The world’s largest trade body needs a leader committed to a fairer and more sustainable global economy.
America Needs Coronavirus Recovery Legislation to Meet the Magnitude of the Crisis at Hand
States and Local Governments Can Help Protect Workers and Small Businesses From the Economic Impacts of the Coronavirus
5 Infrastructure Principles for a Fiscal Stimulus Response to Coronavirus
Redefining Rural America
Unrigging the Economy Will Require Enforcing the Tax Laws
Evidence suggests that large digital service platforms with market power deserve much closer antitrust scrutiny.
Consumer protections should be strengthened—not rolled back—as part of the economic response to the coronavirus.
Without clear, consistent action from policymakers, people and businesses will not have enough confidence to return to their jobs and daily activities in the wake of COVID-19.
Employers and policymakers must take concrete steps to avoid replicating and perpetuating longstanding racial, gender, and ethnic biases in workplaces of the future to create equitable environments where women have the best chance of success.
Corporate and payroll tax cuts are exceptionally poor solutions to the crisis at hand.
Contrary to what is being pushed by the Trump administration, rushing to reopen the economy does not actually result in a return to economic normalcy for working-class Americans.
States and localities are facing severe budget shortfalls. In order to keep essential services—such as health care, education, transportation, and first responders—running uninterrupted, it is imperative that the federal government provide much-needed funding to states and localities.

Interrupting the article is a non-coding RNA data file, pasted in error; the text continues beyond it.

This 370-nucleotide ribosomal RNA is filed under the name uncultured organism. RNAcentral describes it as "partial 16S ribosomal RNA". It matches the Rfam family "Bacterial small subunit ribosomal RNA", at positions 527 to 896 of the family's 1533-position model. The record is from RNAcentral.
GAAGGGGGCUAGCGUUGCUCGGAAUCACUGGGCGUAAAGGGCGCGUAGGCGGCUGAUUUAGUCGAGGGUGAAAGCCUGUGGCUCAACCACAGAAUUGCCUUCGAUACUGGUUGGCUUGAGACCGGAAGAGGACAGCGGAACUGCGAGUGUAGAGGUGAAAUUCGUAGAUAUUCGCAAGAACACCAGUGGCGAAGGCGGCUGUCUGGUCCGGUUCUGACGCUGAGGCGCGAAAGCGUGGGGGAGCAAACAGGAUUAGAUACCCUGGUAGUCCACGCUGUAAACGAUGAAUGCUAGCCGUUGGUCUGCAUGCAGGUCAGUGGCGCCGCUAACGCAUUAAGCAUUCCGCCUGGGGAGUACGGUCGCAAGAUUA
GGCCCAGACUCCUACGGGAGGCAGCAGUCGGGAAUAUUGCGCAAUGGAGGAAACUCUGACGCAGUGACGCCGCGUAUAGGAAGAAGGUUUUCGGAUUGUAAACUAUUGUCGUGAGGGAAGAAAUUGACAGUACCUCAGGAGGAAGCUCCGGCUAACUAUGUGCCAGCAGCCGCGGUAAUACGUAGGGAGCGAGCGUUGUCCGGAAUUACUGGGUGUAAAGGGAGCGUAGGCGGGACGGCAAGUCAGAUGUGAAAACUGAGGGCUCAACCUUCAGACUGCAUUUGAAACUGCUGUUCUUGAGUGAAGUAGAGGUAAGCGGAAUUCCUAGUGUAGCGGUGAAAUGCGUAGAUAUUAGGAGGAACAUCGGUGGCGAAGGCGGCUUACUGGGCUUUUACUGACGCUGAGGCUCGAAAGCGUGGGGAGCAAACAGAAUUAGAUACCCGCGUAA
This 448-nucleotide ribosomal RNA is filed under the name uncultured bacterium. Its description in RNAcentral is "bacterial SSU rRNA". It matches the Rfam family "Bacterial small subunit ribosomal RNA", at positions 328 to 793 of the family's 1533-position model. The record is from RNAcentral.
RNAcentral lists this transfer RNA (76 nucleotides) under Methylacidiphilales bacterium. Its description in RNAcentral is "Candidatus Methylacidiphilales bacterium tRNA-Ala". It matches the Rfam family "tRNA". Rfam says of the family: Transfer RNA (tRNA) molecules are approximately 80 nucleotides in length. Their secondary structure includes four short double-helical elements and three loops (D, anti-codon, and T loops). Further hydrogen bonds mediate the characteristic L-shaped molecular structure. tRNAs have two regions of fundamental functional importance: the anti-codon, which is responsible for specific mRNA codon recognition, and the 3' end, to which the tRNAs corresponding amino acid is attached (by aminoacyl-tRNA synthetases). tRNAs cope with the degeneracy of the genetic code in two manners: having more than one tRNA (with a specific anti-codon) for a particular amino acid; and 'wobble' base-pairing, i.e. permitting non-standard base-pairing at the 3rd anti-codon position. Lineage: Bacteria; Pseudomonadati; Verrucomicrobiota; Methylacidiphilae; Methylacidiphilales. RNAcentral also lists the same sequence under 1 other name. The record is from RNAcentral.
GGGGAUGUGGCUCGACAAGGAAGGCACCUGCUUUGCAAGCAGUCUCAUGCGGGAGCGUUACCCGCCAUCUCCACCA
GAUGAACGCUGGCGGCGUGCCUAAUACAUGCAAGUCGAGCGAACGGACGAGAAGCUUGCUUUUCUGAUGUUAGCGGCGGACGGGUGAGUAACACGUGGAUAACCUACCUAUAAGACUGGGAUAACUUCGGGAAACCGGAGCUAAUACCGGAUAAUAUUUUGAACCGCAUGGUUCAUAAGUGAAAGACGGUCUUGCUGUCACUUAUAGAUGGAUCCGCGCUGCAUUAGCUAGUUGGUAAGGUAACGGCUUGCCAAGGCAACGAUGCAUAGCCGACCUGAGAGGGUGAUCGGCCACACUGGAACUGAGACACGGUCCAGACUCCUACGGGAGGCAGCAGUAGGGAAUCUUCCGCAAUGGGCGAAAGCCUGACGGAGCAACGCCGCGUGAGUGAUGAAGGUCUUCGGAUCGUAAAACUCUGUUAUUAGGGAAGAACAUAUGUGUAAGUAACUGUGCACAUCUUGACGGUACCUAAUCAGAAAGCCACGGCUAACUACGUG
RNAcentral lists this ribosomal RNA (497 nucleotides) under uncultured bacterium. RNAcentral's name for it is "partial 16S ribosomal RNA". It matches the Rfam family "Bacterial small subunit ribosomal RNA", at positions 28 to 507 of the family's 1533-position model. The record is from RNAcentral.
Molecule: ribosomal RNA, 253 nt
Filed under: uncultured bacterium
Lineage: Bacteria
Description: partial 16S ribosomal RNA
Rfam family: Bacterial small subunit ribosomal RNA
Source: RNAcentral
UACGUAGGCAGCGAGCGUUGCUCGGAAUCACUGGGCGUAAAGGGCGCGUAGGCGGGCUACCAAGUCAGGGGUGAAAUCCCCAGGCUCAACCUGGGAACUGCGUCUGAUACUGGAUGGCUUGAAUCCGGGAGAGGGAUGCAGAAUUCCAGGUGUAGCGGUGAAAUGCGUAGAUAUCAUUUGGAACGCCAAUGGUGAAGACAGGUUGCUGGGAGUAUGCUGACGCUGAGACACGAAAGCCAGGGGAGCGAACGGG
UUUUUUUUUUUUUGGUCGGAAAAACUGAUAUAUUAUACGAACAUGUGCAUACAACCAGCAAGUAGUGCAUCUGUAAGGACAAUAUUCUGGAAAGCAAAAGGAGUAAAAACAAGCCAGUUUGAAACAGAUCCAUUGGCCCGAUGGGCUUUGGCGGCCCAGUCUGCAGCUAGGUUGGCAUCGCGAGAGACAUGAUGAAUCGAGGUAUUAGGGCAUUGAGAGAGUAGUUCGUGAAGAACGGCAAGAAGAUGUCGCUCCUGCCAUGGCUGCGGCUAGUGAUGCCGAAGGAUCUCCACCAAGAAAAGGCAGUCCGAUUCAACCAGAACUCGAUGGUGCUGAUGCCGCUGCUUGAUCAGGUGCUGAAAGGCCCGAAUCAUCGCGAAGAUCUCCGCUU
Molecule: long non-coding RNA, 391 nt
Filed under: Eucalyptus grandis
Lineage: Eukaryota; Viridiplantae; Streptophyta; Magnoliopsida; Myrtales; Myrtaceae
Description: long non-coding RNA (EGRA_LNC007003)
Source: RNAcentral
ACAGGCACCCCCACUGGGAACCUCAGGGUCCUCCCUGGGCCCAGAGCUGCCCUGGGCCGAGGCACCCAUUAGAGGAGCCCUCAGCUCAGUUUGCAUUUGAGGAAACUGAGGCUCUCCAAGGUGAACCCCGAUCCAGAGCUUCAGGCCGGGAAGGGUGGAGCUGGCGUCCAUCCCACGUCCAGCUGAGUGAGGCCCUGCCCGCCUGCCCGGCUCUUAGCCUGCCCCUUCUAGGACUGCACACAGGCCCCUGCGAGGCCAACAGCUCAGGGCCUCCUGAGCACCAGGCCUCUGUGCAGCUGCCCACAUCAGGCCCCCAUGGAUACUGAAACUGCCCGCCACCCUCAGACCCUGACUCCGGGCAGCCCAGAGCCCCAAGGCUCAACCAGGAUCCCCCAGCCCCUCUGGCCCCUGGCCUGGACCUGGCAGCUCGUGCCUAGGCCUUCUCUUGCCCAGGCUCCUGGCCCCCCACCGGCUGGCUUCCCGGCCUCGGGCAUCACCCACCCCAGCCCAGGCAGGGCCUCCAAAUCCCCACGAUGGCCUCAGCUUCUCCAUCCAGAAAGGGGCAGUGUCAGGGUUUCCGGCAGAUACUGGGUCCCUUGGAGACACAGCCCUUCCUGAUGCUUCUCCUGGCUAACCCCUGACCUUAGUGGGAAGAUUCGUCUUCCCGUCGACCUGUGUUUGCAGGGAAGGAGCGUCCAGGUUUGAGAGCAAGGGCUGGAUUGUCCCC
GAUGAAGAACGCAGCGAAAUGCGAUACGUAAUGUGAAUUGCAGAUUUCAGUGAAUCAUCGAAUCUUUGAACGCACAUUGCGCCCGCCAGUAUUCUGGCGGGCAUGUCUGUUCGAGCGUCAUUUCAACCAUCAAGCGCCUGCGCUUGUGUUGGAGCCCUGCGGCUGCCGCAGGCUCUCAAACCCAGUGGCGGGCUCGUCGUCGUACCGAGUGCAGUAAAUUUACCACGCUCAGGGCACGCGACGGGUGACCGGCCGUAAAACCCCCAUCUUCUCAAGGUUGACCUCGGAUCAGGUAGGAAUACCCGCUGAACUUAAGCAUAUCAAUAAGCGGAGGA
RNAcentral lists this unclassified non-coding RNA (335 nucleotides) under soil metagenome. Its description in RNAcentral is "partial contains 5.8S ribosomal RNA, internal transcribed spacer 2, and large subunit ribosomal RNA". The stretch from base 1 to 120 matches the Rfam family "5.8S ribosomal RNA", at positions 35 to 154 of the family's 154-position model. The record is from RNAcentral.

As the Trump administration gears up to blame rising coronavirus cases on the protests for racial justice, Americans must recognize that patronizing newly reopened indoor businesses, such as bars and casinos, carries greater risk with less urgency and purpose.
Key steps must be taken to ensure that pandemic-response infrastructure investments create high-quality jobs for all working Americans.
Public disclosure of how emissions are financed and of other climate-related financial risks is essential to start mitigating a climate-driven financial shock.
As the U.S. Economy Recovers, National Service Can Keep Vulnerable Young Workers Engaged in the Workforce
Policymakers should expand national service as part of a broader jobs strategy to help young workers weather the recession caused by the coronavirus pandemic.
Implementing a more robust set of interventions in the workforce and employment ecosystem will help springboard individuals back to work immediately and improve the quality of jobs.
Policies for the COVID-19 reopening must simultaneously protect workers from economic insecurity and from the virus itself.
New data from the U.S. Census Bureau reveal stark inequities in the social, economic, and mental health effects of the COVID-19 pandemic.